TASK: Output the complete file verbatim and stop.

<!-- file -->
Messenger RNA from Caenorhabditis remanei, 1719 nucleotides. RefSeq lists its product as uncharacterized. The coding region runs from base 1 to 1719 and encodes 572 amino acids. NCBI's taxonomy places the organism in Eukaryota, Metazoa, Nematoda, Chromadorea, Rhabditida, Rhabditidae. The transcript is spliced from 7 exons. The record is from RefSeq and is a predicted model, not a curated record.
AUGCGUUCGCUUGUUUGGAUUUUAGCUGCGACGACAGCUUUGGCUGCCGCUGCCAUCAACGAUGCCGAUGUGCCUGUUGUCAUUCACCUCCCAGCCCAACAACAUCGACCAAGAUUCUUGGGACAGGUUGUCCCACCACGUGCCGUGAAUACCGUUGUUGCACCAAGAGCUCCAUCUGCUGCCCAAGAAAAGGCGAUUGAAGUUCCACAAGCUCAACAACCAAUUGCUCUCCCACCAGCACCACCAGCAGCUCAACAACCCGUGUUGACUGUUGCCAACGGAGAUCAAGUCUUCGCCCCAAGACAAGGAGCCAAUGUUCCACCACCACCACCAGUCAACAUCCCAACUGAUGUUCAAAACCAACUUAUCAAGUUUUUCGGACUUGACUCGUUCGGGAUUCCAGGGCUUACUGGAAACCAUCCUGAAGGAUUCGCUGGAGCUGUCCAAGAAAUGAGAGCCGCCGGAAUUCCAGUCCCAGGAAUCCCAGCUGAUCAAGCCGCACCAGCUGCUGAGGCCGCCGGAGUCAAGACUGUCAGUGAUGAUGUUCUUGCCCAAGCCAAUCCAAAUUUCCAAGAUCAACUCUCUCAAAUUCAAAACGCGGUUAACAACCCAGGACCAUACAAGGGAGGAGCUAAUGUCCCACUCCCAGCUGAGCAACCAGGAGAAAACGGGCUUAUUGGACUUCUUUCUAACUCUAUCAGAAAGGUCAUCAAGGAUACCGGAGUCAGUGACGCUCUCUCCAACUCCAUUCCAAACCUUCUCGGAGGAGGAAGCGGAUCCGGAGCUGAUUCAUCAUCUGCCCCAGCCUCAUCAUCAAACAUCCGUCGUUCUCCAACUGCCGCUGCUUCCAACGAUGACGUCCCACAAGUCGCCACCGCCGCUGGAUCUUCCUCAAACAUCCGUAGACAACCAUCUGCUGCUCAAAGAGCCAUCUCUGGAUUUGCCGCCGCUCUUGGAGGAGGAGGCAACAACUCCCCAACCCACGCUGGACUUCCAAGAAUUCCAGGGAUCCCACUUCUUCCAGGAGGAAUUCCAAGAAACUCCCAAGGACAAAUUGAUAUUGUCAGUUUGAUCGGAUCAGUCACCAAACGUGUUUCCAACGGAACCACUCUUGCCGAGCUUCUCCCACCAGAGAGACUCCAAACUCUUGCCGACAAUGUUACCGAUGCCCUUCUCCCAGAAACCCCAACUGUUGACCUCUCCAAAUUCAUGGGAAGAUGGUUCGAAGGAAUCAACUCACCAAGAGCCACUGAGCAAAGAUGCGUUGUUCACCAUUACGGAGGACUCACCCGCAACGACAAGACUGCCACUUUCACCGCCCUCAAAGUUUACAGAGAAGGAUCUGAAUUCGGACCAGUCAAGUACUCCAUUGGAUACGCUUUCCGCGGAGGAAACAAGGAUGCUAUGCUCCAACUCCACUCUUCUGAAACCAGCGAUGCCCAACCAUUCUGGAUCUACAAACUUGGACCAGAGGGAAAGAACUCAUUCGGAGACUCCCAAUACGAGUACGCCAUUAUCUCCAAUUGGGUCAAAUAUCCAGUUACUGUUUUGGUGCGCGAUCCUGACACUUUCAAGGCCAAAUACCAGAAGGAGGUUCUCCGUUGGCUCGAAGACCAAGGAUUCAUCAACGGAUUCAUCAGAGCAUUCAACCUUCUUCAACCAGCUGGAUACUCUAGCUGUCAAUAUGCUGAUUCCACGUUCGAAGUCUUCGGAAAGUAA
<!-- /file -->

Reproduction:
Messenger RNA from Caenorhabditis remanei, 1719 nucleotides. RefSeq lists its product as uncharacterized. The coding region runs from base 1 to 1719 and encodes 572 amino acids. NCBI's taxonomy places the organism in Eukaryota, Metazoa, Nematoda, Chromadorea, Rhabditida, Rhabditidae. The transcript is spliced from 7 exons. The record is from RefSeq and is a predicted model, not a curated record.
AUGCGUUCGCUUGUUUGGAUUUUAGCUGCGACGACAGCUUUGGCUGCCGCUGCCAUCAACGAUGCCGAUGUGCCUGUUGUCAUUCACCUCCCAGCCCAACAACAUCGACCAAGAUUCUUGGGACAGGUUGUCCCACCACGUGCCGUGAAUACCGUUGUUGCACCAAGAGCUCCAUCUGCUGCCCAAGAAAAGGCGAUUGAAGUUCCACAAGCUCAACAACCAAUUGCUCUCCCACCAGCACCACCAGCAGCUCAACAACCCGUGUUGACUGUUGCCAACGGAGAUCAAGUCUUCGCCCCAAGACAAGGAGCCAAUGUUCCACCACCACCACCAGUCAACAUCCCAACUGAUGUUCAAAACCAACUUAUCAAGUUUUUCGGACUUGACUCGUUCGGGAUUCCAGGGCUUACUGGAAACCAUCCUGAAGGAUUCGCUGGAGCUGUCCAAGAAAUGAGAGCCGCCGGAAUUCCAGUCCCAGGAAUCCCAGCUGAUCAAGCCGCACCAGCUGCUGAGGCCGCCGGAGUCAAGACUGUCAGUGAUGAUGUUCUUGCCCAAGCCAAUCCAAAUUUCCAAGAUCAACUCUCUCAAAUUCAAAACGCGGUUAACAACCCAGGACCAUACAAGGGAGGAGCUAAUGUCCCACUCCCAGCUGAGCAACCAGGAGAAAACGGGCUUAUUGGACUUCUUUCUAACUCUAUCAGAAAGGUCAUCAAGGAUACCGGAGUCAGUGACGCUCUCUCCAACUCCAUUCCAAACCUUCUCGGAGGAGGAAGCGGAUCCGGAGCUGAUUCAUCAUCUGCCCCAGCCUCAUCAUCAAACAUCCGUCGUUCUCCAACUGCCGCUGCUUCCAACGAUGACGUCCCACAAGUCGCCACCGCCGCUGGAUCUUCCUCAAACAUCCGUAGACAACCAUCUGCUGCUCAAAGAGCCAUCUCUGGAUUUGCCGCCGCUCUUGGAGGAGGAGGCAACAACUCCCCAACCCACGCUGGACUUCCAAGAAUUCCAGGGAUCCCACUUCUUCCAGGAGGAAUUCCAAGAAACUCCCAAGGACAAAUUGAUAUUGUCAGUUUGAUCGGAUCAGUCACCAAACGUGUUUCCAACGGAACCACUCUUGCCGAGCUUCUCCCACCAGAGAGACUCCAAACUCUUGCCGACAAUGUUACCGAUGCCCUUCUCCCAGAAACCCCAACUGUUGACCUCUCCAAAUUCAUGGGAAGAUGGUUCGAAGGAAUCAACUCACCAAGAGCCACUGAGCAAAGAUGCGUUGUUCACCAUUACGGAGGACUCACCCGCAACGACAAGACUGCCACUUUCACCGCCCUCAAAGUUUACAGAGAAGGAUCUGAAUUCGGACCAGUCAAGUACUCCAUUGGAUACGCUUUCCGCGGAGGAAACAAGGAUGCUAUGCUCCAACUCCACUCUUCUGAAACCAGCGAUGCCCAACCAUUCUGGAUCUACAAACUUGGACCAGAGGGAAAGAACUCAUUCGGAGACUCCCAAUACGAGUACGCCAUUAUCUCCAAUUGGGUCAAAUAUCCAGUUACUGUUUUGGUGCGCGAUCCUGACACUUUCAAGGCCAAAUACCAGAAGGAGGUUCUCCGUUGGCUCGAAGACCAAGGAUUCAUCAACGGAUUCAUCAGAGCAUUCAACCUUCUUCAACCAGCUGGAUACUCUAGCUGUCAAUAUGCUGAUUCCACGUUCGAAGUCUUCGGAAAGUAA